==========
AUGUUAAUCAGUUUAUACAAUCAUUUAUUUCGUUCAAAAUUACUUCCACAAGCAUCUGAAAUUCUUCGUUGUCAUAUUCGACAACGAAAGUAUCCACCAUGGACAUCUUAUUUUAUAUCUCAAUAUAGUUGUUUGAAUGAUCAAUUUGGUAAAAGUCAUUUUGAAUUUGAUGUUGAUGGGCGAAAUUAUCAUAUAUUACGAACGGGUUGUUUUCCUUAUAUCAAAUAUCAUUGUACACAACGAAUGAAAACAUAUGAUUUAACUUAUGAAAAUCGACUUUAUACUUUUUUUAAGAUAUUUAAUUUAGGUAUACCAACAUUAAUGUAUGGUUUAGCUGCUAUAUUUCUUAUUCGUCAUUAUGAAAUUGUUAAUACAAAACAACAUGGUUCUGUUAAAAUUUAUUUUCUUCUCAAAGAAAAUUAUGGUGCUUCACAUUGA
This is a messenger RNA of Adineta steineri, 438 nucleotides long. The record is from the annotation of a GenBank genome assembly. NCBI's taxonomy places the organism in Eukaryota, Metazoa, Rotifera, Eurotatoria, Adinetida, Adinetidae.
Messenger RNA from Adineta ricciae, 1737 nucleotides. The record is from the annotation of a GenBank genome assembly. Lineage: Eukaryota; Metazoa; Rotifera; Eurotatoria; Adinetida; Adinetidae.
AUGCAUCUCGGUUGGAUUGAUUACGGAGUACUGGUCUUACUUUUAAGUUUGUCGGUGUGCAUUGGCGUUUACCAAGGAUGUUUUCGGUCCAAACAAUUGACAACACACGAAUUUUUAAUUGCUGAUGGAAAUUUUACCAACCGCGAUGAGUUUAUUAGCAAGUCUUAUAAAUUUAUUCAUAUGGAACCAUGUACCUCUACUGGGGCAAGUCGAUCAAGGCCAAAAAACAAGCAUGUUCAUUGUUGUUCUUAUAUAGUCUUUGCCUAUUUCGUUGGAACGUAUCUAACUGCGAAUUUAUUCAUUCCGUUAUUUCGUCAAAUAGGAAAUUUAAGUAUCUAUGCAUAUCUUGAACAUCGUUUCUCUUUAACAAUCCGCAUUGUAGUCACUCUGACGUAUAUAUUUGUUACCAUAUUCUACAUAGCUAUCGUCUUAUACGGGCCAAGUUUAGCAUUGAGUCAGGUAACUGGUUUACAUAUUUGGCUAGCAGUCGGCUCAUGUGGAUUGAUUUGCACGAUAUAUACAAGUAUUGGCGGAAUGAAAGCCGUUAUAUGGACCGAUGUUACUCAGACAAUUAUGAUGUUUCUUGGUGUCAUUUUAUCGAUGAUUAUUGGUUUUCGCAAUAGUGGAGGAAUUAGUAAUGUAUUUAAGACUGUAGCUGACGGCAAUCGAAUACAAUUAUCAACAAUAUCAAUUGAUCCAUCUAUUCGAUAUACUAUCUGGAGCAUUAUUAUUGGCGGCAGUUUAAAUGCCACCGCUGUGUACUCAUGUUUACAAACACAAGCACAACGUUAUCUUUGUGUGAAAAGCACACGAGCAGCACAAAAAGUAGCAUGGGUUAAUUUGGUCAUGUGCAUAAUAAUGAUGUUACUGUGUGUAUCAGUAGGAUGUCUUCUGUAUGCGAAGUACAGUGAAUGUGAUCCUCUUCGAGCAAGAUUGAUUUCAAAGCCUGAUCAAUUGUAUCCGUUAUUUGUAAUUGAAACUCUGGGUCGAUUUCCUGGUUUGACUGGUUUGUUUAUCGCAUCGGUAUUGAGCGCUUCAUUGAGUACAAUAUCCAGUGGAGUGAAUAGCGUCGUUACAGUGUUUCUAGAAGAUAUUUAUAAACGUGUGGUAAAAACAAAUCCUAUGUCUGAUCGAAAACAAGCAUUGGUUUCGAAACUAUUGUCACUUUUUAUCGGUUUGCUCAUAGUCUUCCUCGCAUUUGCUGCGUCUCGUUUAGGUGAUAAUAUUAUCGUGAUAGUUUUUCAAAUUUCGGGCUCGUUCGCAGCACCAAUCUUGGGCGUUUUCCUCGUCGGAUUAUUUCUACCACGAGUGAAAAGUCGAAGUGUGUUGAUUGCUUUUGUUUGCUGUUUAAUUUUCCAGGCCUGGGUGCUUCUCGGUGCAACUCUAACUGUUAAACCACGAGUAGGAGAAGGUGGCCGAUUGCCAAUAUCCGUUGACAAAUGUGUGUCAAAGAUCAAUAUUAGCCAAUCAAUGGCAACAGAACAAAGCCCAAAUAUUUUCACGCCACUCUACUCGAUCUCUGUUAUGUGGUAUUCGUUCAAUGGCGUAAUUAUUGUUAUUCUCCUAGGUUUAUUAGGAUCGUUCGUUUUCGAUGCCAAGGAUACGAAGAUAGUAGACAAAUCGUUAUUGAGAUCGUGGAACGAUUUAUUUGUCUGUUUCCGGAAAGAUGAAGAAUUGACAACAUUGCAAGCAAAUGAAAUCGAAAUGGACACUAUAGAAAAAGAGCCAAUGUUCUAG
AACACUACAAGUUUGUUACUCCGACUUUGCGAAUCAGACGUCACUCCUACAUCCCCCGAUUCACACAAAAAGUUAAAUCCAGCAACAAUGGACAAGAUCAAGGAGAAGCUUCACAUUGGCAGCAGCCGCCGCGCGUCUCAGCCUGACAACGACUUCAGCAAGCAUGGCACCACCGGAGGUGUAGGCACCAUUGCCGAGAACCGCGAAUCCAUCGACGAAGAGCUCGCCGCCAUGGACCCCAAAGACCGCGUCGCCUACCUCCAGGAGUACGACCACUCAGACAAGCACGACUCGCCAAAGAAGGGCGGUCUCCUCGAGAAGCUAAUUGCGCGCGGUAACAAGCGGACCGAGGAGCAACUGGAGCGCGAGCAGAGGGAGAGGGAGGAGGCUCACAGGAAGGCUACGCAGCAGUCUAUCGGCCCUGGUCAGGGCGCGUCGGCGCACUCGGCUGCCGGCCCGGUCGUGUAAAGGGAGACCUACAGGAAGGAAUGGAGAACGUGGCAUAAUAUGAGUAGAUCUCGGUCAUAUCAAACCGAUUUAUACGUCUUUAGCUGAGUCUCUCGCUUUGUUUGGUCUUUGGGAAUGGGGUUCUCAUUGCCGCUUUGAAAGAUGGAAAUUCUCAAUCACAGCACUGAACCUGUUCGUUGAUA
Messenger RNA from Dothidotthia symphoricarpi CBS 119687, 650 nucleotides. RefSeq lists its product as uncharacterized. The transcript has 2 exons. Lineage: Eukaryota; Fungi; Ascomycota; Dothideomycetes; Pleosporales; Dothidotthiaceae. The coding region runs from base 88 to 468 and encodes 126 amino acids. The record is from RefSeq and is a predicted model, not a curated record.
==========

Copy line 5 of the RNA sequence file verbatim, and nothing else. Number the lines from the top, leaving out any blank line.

AACACUACAAGUUUGUUACUCCGACUUUGCGAAUCAGACGUCACUCCUACAUCCCCCGAUUCACACAAAAAGUUAAAUCCAGCAACAAUGGACAAGAUCAAGGAGAAGCUUCACAUUGGCAGCAGCCGCCGCGCGUCUCAGCCUGACAACGACUUCAGCAAGCAUGGCACCACCGGAGGUGUAGGCACCAUUGCCGAGAACCGCGAAUCCAUCGACGAAGAGCUCGCCGCCAUGGACCCCAAAGACCGCGUCGCCUACCUCCAGGAGUACGACCACUCAGACAAGCACGACUCGCCAAAGAAGGGCGGUCUCCUCGAGAAGCUAAUUGCGCGCGGUAACAAGCGGACCGAGGAGCAACUGGAGCGCGAGCAGAGGGAGAGGGAGGAGGCUCACAGGAAGGCUACGCAGCAGUCUAUCGGCCCUGGUCAGGGCGCGUCGGCGCACUCGGCUGCCGGCCCGGUCGUGUAAAGGGAGACCUACAGGAAGGAAUGGAGAACGUGGCAUAAUAUGAGUAGAUCUCGGUCAUAUCAAACCGAUUUAUACGUCUUUAGCUGAGUCUCUCGCUUUGUUUGGUCUUUGGGAAUGGGGUUCUCAUUGCCGCUUUGAAAGAUGGAAAUUCUCAAUCACAGCACUGAACCUGUUCGUUGAUA